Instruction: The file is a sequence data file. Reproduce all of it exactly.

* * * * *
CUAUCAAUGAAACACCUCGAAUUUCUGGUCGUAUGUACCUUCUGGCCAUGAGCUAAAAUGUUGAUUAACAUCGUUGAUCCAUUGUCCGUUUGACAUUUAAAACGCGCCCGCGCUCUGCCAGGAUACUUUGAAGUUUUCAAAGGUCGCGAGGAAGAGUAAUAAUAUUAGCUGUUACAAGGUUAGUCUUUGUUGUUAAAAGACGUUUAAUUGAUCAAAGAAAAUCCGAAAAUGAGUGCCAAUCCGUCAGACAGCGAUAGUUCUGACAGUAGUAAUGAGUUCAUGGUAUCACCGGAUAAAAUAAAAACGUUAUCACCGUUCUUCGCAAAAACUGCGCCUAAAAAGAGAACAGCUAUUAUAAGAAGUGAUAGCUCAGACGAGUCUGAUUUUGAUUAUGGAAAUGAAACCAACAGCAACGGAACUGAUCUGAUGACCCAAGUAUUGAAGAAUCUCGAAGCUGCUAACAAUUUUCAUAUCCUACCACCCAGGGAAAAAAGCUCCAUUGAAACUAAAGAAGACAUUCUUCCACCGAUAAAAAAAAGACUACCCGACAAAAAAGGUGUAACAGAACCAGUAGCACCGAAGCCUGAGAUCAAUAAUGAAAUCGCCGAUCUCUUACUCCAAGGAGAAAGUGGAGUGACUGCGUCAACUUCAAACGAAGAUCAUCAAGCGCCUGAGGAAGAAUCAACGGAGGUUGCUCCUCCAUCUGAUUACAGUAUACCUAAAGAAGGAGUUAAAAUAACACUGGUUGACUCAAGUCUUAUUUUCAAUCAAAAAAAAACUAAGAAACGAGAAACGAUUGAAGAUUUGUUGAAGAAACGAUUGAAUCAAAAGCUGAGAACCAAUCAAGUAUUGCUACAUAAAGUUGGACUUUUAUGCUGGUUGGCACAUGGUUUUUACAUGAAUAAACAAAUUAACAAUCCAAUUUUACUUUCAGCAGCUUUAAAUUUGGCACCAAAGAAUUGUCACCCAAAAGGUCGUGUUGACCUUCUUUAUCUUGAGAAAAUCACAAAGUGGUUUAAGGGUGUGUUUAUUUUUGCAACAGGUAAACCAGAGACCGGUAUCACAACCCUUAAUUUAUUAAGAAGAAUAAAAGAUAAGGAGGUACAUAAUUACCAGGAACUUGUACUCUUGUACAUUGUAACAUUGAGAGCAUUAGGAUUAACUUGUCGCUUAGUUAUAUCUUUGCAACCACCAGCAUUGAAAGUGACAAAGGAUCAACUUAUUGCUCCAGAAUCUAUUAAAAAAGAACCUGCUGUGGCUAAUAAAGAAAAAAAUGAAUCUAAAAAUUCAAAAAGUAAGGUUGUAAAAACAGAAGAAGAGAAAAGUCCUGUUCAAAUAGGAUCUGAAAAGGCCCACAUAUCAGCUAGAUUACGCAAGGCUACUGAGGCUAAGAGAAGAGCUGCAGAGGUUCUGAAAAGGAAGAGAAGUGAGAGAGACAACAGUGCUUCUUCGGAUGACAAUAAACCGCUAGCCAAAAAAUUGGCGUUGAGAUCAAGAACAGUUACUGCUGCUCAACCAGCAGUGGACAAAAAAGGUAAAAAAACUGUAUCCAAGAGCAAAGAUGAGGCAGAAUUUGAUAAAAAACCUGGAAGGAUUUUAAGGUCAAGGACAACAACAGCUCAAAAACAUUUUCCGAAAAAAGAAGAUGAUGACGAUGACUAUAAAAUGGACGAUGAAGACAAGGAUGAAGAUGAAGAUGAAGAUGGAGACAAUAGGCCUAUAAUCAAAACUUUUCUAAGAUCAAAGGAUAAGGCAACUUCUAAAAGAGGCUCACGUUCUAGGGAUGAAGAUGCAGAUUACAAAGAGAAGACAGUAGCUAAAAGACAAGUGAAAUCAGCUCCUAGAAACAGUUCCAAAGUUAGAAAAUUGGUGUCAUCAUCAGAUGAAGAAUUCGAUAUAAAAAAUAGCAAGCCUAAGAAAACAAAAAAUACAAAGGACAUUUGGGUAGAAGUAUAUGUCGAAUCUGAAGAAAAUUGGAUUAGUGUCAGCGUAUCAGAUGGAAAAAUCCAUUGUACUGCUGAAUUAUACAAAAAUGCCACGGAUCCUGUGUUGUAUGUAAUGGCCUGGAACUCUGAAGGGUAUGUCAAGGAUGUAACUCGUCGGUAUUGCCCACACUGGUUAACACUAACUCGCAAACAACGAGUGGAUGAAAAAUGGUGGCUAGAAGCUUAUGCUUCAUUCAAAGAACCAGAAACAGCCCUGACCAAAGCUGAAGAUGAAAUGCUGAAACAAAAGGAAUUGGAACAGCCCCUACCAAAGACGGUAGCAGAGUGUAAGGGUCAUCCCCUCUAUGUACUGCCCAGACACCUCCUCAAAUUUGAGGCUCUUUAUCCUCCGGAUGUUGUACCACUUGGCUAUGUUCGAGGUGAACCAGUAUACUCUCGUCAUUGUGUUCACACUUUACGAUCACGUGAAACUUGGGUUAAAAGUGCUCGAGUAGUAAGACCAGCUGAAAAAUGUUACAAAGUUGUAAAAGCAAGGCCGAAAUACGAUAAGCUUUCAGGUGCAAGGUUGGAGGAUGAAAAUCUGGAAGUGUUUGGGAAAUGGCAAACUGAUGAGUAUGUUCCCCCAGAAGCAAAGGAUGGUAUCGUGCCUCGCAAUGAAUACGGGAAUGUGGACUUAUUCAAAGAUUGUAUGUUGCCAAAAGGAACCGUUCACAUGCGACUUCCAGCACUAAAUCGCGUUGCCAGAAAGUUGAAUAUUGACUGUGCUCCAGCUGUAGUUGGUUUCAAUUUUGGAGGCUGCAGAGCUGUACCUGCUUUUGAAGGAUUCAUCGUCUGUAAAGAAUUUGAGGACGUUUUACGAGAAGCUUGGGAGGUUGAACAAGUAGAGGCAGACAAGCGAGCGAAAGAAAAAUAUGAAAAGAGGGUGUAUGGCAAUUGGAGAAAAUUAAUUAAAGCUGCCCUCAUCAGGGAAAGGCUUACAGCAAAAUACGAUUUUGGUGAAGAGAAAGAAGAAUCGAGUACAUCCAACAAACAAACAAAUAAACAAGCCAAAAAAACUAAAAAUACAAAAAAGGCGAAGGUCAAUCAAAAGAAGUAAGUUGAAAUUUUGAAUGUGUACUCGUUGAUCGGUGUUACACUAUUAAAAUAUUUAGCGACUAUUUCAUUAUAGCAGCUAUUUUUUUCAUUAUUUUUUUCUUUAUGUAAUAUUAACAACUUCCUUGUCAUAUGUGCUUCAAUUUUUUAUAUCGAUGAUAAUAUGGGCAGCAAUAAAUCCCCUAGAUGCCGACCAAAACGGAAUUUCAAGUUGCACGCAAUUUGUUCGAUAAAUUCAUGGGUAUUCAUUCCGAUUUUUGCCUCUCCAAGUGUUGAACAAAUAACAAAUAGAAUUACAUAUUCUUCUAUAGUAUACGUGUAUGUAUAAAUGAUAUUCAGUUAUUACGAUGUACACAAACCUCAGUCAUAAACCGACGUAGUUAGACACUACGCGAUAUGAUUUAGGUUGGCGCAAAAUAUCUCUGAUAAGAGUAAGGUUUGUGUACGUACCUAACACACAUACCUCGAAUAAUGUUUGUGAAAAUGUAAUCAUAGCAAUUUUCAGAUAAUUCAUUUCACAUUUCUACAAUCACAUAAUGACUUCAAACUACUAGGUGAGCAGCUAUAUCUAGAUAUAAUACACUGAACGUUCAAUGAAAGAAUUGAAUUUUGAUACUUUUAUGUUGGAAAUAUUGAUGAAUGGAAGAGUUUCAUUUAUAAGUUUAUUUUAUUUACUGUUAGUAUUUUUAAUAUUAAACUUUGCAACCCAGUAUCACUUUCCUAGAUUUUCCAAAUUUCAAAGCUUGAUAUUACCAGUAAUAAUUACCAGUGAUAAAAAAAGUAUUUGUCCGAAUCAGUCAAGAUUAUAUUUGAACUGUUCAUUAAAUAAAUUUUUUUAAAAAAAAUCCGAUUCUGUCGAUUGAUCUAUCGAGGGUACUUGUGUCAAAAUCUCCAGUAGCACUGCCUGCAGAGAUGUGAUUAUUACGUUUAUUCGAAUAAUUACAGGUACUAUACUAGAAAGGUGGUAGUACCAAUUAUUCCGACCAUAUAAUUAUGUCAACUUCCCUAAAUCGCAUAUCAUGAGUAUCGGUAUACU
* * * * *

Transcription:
CUAUCAAUGAAACACCUCGAAUUUCUGGUCGUAUGUACCUUCUGGCCAUGAGCUAAAAUGUUGAUUAACAUCGUUGAUCCAUUGUCCGUUUGACAUUUAAAACGCGCCCGCGCUCUGCCAGGAUACUUUGAAGUUUUCAAAGGUCGCGAGGAAGAGUAAUAAUAUUAGCUGUUACAAGGUUAGUCUUUGUUGUUAAAAGACGUUUAAUUGAUCAAAGAAAAUCCGAAAAUGAGUGCCAAUCCGUCAGACAGCGAUAGUUCUGACAGUAGUAAUGAGUUCAUGGUAUCACCGGAUAAAAUAAAAACGUUAUCACCGUUCUUCGCAAAAACUGCGCCUAAAAAGAGAACAGCUAUUAUAAGAAGUGAUAGCUCAGACGAGUCUGAUUUUGAUUAUGGAAAUGAAACCAACAGCAACGGAACUGAUCUGAUGACCCAAGUAUUGAAGAAUCUCGAAGCUGCUAACAAUUUUCAUAUCCUACCACCCAGGGAAAAAAGCUCCAUUGAAACUAAAGAAGACAUUCUUCCACCGAUAAAAAAAAGACUACCCGACAAAAAAGGUGUAACAGAACCAGUAGCACCGAAGCCUGAGAUCAAUAAUGAAAUCGCCGAUCUCUUACUCCAAGGAGAAAGUGGAGUGACUGCGUCAACUUCAAACGAAGAUCAUCAAGCGCCUGAGGAAGAAUCAACGGAGGUUGCUCCUCCAUCUGAUUACAGUAUACCUAAAGAAGGAGUUAAAAUAACACUGGUUGACUCAAGUCUUAUUUUCAAUCAAAAAAAAACUAAGAAACGAGAAACGAUUGAAGAUUUGUUGAAGAAACGAUUGAAUCAAAAGCUGAGAACCAAUCAAGUAUUGCUACAUAAAGUUGGACUUUUAUGCUGGUUGGCACAUGGUUUUUACAUGAAUAAACAAAUUAACAAUCCAAUUUUACUUUCAGCAGCUUUAAAUUUGGCACCAAAGAAUUGUCACCCAAAAGGUCGUGUUGACCUUCUUUAUCUUGAGAAAAUCACAAAGUGGUUUAAGGGUGUGUUUAUUUUUGCAACAGGUAAACCAGAGACCGGUAUCACAACCCUUAAUUUAUUAAGAAGAAUAAAAGAUAAGGAGGUACAUAAUUACCAGGAACUUGUACUCUUGUACAUUGUAACAUUGAGAGCAUUAGGAUUAACUUGUCGCUUAGUUAUAUCUUUGCAACCACCAGCAUUGAAAGUGACAAAGGAUCAACUUAUUGCUCCAGAAUCUAUUAAAAAAGAACCUGCUGUGGCUAAUAAAGAAAAAAAUGAAUCUAAAAAUUCAAAAAGUAAGGUUGUAAAAACAGAAGAAGAGAAAAGUCCUGUUCAAAUAGGAUCUGAAAAGGCCCACAUAUCAGCUAGAUUACGCAAGGCUACUGAGGCUAAGAGAAGAGCUGCAGAGGUUCUGAAAAGGAAGAGAAGUGAGAGAGACAACAGUGCUUCUUCGGAUGACAAUAAACCGCUAGCCAAAAAAUUGGCGUUGAGAUCAAGAACAGUUACUGCUGCUCAACCAGCAGUGGACAAAAAAGGUAAAAAAACUGUAUCCAAGAGCAAAGAUGAGGCAGAAUUUGAUAAAAAACCUGGAAGGAUUUUAAGGUCAAGGACAACAACAGCUCAAAAACAUUUUCCGAAAAAAGAAGAUGAUGACGAUGACUAUAAAAUGGACGAUGAAGACAAGGAUGAAGAUGAAGAUGAAGAUGGAGACAAUAGGCCUAUAAUCAAAACUUUUCUAAGAUCAAAGGAUAAGGCAACUUCUAAAAGAGGCUCACGUUCUAGGGAUGAAGAUGCAGAUUACAAAGAGAAGACAGUAGCUAAAAGACAAGUGAAAUCAGCUCCUAGAAACAGUUCCAAAGUUAGAAAAUUGGUGUCAUCAUCAGAUGAAGAAUUCGAUAUAAAAAAUAGCAAGCCUAAGAAAACAAAAAAUACAAAGGACAUUUGGGUAGAAGUAUAUGUCGAAUCUGAAGAAAAUUGGAUUAGUGUCAGCGUAUCAGAUGGAAAAAUCCAUUGUACUGCUGAAUUAUACAAAAAUGCCACGGAUCCUGUGUUGUAUGUAAUGGCCUGGAACUCUGAAGGGUAUGUCAAGGAUGUAACUCGUCGGUAUUGCCCACACUGGUUAACACUAACUCGCAAACAACGAGUGGAUGAAAAAUGGUGGCUAGAAGCUUAUGCUUCAUUCAAAGAACCAGAAACAGCCCUGACCAAAGCUGAAGAUGAAAUGCUGAAACAAAAGGAAUUGGAACAGCCCCUACCAAAGACGGUAGCAGAGUGUAAGGGUCAUCCCCUCUAUGUACUGCCCAGACACCUCCUCAAAUUUGAGGCUCUUUAUCCUCCGGAUGUUGUACCACUUGGCUAUGUUCGAGGUGAACCAGUAUACUCUCGUCAUUGUGUUCACACUUUACGAUCACGUGAAACUUGGGUUAAAAGUGCUCGAGUAGUAAGACCAGCUGAAAAAUGUUACAAAGUUGUAAAAGCAAGGCCGAAAUACGAUAAGCUUUCAGGUGCAAGGUUGGAGGAUGAAAAUCUGGAAGUGUUUGGGAAAUGGCAAACUGAUGAGUAUGUUCCCCCAGAAGCAAAGGAUGGUAUCGUGCCUCGCAAUGAAUACGGGAAUGUGGACUUAUUCAAAGAUUGUAUGUUGCCAAAAGGAACCGUUCACAUGCGACUUCCAGCACUAAAUCGCGUUGCCAGAAAGUUGAAUAUUGACUGUGCUCCAGCUGUAGUUGGUUUCAAUUUUGGAGGCUGCAGAGCUGUACCUGCUUUUGAAGGAUUCAUCGUCUGUAAAGAAUUUGAGGACGUUUUACGAGAAGCUUGGGAGGUUGAACAAGUAGAGGCAGACAAGCGAGCGAAAGAAAAAUAUGAAAAGAGGGUGUAUGGCAAUUGGAGAAAAUUAAUUAAAGCUGCCCUCAUCAGGGAAAGGCUUACAGCAAAAUACGAUUUUGGUGAAGAGAAAGAAGAAUCGAGUACAUCCAACAAACAAACAAAUAAACAAGCCAAAAAAACUAAAAAUACAAAAAAGGCGAAGGUCAAUCAAAAGAAGUAAGUUGAAAUUUUGAAUGUGUACUCGUUGAUCGGUGUUACACUAUUAAAAUAUUUAGCGACUAUUUCAUUAUAGCAGCUAUUUUUUUCAUUAUUUUUUUCUUUAUGUAAUAUUAACAACUUCCUUGUCAUAUGUGCUUCAAUUUUUUAUAUCGAUGAUAAUAUGGGCAGCAAUAAAUCCCCUAGAUGCCGACCAAAACGGAAUUUCAAGUUGCACGCAAUUUGUUCGAUAAAUUCAUGGGUAUUCAUUCCGAUUUUUGCCUCUCCAAGUGUUGAACAAAUAACAAAUAGAAUUACAUAUUCUUCUAUAGUAUACGUGUAUGUAUAAAUGAUAUUCAGUUAUUACGAUGUACACAAACCUCAGUCAUAAACCGACGUAGUUAGACACUACGCGAUAUGAUUUAGGUUGGCGCAAAAUAUCUCUGAUAAGAGUAAGGUUUGUGUACGUACCUAACACACAUACCUCGAAUAAUGUUUGUGAAAAUGUAAUCAUAGCAAUUUUCAGAUAAUUCAUUUCACAUUUCUACAAUCACAUAAUGACUUCAAACUACUAGGUGAGCAGCUAUAUCUAGAUAUAAUACACUGAACGUUCAAUGAAAGAAUUGAAUUUUGAUACUUUUAUGUUGGAAAUAUUGAUGAAUGGAAGAGUUUCAUUUAUAAGUUUAUUUUAUUUACUGUUAGUAUUUUUAAUAUUAAACUUUGCAACCCAGUAUCACUUUCCUAGAUUUUCCAAAUUUCAAAGCUUGAUAUUACCAGUAAUAAUUACCAGUGAUAAAAAAAGUAUUUGUCCGAAUCAGUCAAGAUUAUAUUUGAACUGUUCAUUAAAUAAAUUUUUUUAAAAAAAAUCCGAUUCUGUCGAUUGAUCUAUCGAGGGUACUUGUGUCAAAAUCUCCAGUAGCACUGCCUGCAGAGAUGUGAUUAUUACGUUUAUUCGAAUAAUUACAGGUACUAUACUAGAAAGGUGGUAGUACCAAUUAUUCCGACCAUAUAAUUAUGUCAACUUCCCUAAAUCGCAUAUCAUGAGUAUCGGUAUACU